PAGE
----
Believe it or not, even with the career success I’ve had thus far, my life is far from perfect. I am of course grateful for the opportunities I’ve gained and work hard every day to become better and better. Being human, however, I am infallible and I end up in really bad relationships a lot of the time.
I am a hopeless romantic, this might actually problem numero uno. When you think in Cinderella terms, the love at first sight and other promises many men are more than willing to deliver are taken to heart far too prematurely. Growing up with abuse and neglect I am forever searching for a person that I can rely on. It is not one sided. I would love the opportunity to be someone’s rock as well, to really step up to the challenge and be there for someone else selflessly.
Rape, domestic violence, abuse, I’ve been through it all, and I am an open book. I’m not hiding my life story nor am I brandishing it without request. I feel that good can come out of the bad things that happened to me. I believe sharing my story is one way to validate these traumatic experiences while helping others heal.
Like many of the artistic and literary predecessors before me, I am neurotic. Yup, just a little bit. This doesn’t translate well into relationships, well that’s according to the people I’ve dated. I’m not sure if I believe them, however. For one, my friends haven’t left me yet despite my anxiety and neurosis. If I was truly that bad, I’m sure they wouldn’t have stuck around this long. Secondly, I have many good qualities that certainly outweigh the bad ones. I am loving, compassionate, kind, I will do anything to help.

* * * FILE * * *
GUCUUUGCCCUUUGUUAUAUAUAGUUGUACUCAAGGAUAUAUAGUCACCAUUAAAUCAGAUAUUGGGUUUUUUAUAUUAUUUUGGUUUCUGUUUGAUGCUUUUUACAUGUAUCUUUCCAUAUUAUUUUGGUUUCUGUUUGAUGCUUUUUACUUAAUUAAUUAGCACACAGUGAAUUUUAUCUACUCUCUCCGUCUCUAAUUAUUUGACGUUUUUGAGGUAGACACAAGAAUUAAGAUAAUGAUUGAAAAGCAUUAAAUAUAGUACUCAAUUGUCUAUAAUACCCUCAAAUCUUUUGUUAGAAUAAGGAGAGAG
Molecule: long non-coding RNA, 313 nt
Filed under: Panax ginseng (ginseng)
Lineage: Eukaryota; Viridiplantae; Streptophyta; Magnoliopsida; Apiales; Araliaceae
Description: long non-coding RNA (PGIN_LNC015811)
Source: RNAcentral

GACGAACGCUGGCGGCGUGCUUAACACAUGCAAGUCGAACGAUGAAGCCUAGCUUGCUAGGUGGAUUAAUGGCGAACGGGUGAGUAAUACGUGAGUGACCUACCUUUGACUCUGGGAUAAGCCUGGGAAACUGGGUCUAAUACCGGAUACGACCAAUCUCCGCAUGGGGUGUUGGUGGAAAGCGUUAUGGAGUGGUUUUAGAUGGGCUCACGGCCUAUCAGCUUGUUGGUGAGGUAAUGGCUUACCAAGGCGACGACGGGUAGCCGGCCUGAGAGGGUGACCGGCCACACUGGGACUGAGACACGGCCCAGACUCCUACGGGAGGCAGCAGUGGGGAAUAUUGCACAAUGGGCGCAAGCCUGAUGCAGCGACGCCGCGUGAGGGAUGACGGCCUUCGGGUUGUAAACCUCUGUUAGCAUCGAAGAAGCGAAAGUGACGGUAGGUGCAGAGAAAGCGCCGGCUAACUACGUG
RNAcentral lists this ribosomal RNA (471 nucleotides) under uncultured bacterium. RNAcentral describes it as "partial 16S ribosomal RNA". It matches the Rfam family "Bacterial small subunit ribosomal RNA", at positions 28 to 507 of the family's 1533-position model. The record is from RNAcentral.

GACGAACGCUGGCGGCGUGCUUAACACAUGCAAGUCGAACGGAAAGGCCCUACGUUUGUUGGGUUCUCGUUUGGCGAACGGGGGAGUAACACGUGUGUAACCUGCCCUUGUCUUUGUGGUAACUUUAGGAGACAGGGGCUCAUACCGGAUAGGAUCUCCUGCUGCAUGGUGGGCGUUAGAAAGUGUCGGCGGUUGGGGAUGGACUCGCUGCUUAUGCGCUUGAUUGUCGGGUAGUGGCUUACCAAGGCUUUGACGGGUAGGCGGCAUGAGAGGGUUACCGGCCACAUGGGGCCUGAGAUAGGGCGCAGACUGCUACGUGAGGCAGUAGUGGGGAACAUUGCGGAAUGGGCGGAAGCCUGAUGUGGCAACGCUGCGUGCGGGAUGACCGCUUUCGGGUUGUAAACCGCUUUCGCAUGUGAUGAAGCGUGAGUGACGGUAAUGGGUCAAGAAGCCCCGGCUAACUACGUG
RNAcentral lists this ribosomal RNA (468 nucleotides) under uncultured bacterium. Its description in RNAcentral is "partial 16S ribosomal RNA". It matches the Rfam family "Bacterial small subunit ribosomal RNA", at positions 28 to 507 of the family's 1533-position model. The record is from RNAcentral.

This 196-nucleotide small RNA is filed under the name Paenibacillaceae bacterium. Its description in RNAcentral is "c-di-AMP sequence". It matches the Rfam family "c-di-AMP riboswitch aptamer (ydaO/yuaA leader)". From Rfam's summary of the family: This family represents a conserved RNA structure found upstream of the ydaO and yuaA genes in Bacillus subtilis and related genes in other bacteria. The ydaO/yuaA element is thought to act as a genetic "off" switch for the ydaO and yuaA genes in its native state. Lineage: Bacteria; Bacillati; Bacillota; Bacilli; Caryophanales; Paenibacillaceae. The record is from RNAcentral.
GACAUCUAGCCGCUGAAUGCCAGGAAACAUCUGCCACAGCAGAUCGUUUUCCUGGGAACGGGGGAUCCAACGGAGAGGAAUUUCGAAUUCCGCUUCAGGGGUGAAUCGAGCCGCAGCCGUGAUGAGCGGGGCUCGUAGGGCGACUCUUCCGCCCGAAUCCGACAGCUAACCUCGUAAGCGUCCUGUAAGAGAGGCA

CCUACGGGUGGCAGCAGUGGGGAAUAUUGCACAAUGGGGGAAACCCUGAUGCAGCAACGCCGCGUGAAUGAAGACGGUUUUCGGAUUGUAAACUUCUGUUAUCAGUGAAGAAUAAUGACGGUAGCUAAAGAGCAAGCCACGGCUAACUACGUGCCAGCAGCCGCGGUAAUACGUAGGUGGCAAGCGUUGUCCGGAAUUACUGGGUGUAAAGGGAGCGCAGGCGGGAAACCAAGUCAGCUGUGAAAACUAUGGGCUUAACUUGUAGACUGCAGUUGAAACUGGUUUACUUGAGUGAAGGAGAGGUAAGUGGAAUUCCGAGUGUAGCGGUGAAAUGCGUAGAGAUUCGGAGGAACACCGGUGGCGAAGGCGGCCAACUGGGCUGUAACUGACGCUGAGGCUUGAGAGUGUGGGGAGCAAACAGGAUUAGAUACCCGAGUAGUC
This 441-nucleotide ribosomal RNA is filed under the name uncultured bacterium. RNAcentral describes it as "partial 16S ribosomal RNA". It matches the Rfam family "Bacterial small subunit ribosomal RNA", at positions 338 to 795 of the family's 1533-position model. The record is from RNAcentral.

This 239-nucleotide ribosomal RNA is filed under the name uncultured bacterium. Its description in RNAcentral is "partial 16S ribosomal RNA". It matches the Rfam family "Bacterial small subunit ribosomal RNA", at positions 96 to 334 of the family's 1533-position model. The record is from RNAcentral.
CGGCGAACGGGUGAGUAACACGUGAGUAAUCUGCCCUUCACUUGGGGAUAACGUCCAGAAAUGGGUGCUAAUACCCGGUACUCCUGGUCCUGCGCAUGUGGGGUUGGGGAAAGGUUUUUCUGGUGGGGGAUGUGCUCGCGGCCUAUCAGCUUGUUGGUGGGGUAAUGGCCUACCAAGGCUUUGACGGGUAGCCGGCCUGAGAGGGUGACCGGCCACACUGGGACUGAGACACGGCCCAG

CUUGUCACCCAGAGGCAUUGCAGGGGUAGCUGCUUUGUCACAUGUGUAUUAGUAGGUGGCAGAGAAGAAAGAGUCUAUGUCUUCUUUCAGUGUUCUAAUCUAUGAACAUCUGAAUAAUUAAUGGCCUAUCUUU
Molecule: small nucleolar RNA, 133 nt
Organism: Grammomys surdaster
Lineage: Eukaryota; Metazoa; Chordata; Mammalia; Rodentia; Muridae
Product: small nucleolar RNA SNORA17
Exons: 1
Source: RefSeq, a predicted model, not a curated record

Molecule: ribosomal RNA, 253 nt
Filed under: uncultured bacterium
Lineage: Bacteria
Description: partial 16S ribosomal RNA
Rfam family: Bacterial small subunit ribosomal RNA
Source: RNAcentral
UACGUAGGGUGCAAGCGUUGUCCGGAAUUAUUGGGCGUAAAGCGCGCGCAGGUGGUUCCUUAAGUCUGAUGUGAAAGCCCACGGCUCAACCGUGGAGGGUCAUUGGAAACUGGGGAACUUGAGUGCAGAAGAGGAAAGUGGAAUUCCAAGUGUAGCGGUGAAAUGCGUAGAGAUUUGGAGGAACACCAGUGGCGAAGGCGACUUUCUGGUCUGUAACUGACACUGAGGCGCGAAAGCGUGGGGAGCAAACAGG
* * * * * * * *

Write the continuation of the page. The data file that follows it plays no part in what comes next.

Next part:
In the past, I dated men who turned out to be abusive. After my last abusive relationship, in which my boyfriend almost smothered me to death, I finally became a fighter. I already was a survivor, but survivor, though a better stance than victim, is still more of a passive term. From a survivor you must become a fighter in order to keep your life going in a positive direction; to keep from falling back into your old victim mentality patterns. I knew that night after my life had been spared that I would never be in another domestic violence situation.
I was right. No more abusive relationships. What did happen in the aftermath is that I had no idea how normal relationships functioned. I was use to the abusive ones, where the guy comes on really strong to win you over and then once he’s sucked you in, the real person appears. The lack of validation and attention from the new people I was dating confused me. Then again, why did I need their validation? I am secure in myself. Was it hard to believe they were genuinely interested in me? Yes. Or maybe I felt like their non-chalance towards our budding relationship was more of a lack of interest. Like I was an option not a priority.
I started to feel really bad, to become more needy with these guys in order to gain their validation. If they didn’t call when they said they’d call, my mind twisted the scenario so I wouldn’t be let down again. I wouldn’t be disappointed if he didn’t call me back, because I would never know that he didn’t call if I called him first. No answer. Damn. So now what? Text and call again? Bad move, Hayley.
Was it trust issues or was I just an option? With trust issues you can never know how anything will go for certain unless you sabotage it. Maybe that’s what I do. Maybe that’s what I did. I do know one thing though, neurotic or not, I’m nobody’s option.